There has always been reason, from time to time, to mourn. For our friends, our loved ones, our families, ourselves. If we are human, we will mourn.
That need is intensified in times of crisis, such as the situation we find ourselves in now. Each day we hear of deaths, of people we don’t know and people we do know.
This work was originally written to mark the end of a War. At the time, I pointed out that the Evening was the time when soldiers could retrieve their dead comrades from the field, and count their losses.
The same goes today. It’s in the evening when we find the count of the day’s losses. It is in the calm of the evening – when the world is hushed from its normal noise by the lockdown – that we can think, give thanks, and pray for those we have lost. Hence an ‘Evening’ Requiem again seems to be appropriate.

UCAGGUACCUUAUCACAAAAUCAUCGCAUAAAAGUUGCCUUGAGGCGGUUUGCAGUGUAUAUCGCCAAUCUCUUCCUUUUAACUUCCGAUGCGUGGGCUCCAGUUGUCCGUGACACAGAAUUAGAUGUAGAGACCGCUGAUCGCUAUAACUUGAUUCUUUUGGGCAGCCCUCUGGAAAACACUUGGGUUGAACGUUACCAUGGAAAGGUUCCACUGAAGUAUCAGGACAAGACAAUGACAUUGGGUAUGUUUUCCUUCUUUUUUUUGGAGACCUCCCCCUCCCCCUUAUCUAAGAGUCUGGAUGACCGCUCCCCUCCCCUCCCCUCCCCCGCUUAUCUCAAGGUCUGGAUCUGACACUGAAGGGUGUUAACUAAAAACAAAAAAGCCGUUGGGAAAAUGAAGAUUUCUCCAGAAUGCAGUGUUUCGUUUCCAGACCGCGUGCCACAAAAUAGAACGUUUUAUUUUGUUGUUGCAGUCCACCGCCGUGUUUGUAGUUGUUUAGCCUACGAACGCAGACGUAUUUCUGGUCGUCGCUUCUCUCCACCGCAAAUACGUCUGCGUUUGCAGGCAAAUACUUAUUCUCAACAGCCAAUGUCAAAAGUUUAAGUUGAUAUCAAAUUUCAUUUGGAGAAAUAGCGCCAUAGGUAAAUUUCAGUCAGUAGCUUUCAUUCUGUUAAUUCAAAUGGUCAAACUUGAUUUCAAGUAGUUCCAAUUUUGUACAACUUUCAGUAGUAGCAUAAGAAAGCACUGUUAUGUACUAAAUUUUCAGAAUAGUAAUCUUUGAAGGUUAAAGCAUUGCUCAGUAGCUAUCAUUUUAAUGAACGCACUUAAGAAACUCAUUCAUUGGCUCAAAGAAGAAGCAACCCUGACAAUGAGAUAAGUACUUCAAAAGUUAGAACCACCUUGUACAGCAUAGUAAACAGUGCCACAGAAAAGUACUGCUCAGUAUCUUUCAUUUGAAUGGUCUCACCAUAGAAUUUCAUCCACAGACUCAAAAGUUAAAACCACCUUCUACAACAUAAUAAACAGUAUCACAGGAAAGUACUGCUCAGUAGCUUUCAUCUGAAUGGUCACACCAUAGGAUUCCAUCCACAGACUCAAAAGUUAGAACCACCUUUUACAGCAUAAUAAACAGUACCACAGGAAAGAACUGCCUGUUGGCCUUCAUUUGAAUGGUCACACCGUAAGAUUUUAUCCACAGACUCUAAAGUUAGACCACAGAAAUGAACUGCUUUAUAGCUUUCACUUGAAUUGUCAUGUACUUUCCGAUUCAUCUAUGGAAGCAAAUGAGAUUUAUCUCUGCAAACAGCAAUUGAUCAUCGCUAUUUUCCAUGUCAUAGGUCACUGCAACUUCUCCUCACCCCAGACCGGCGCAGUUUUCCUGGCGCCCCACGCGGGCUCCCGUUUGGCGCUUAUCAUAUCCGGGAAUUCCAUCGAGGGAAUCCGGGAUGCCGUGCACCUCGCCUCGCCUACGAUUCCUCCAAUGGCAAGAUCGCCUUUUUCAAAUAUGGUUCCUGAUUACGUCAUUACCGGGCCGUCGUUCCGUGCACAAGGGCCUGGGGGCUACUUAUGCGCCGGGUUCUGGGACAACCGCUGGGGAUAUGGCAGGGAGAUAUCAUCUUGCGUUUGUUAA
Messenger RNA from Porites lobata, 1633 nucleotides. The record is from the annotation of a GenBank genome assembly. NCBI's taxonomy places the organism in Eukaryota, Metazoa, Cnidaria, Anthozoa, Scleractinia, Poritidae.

Those who have lost loved ones to this virus have often not been able to say goodbye to them in person; and any small ceremonies to remember the dead are having to be delayed. Having music to listen to in the evening hours, to use it to pray – if you wish – is helpful.
But there is another reason why this is an ‘Evening’ Requiem. Death is, they say, the great leveller and while the politically minded are quite rightly pointing out that the poor and underprivileged are more at risk from the current pandemic, it is nevertheless true that we will all die. Each of us will return to earth.
But there is, by Christian and other religions’ tradition, hope. The hope of eternal life, of a loving God, of life.
Mourning, love, light and hope are the themes of this Requiem. I hope that you find it useful.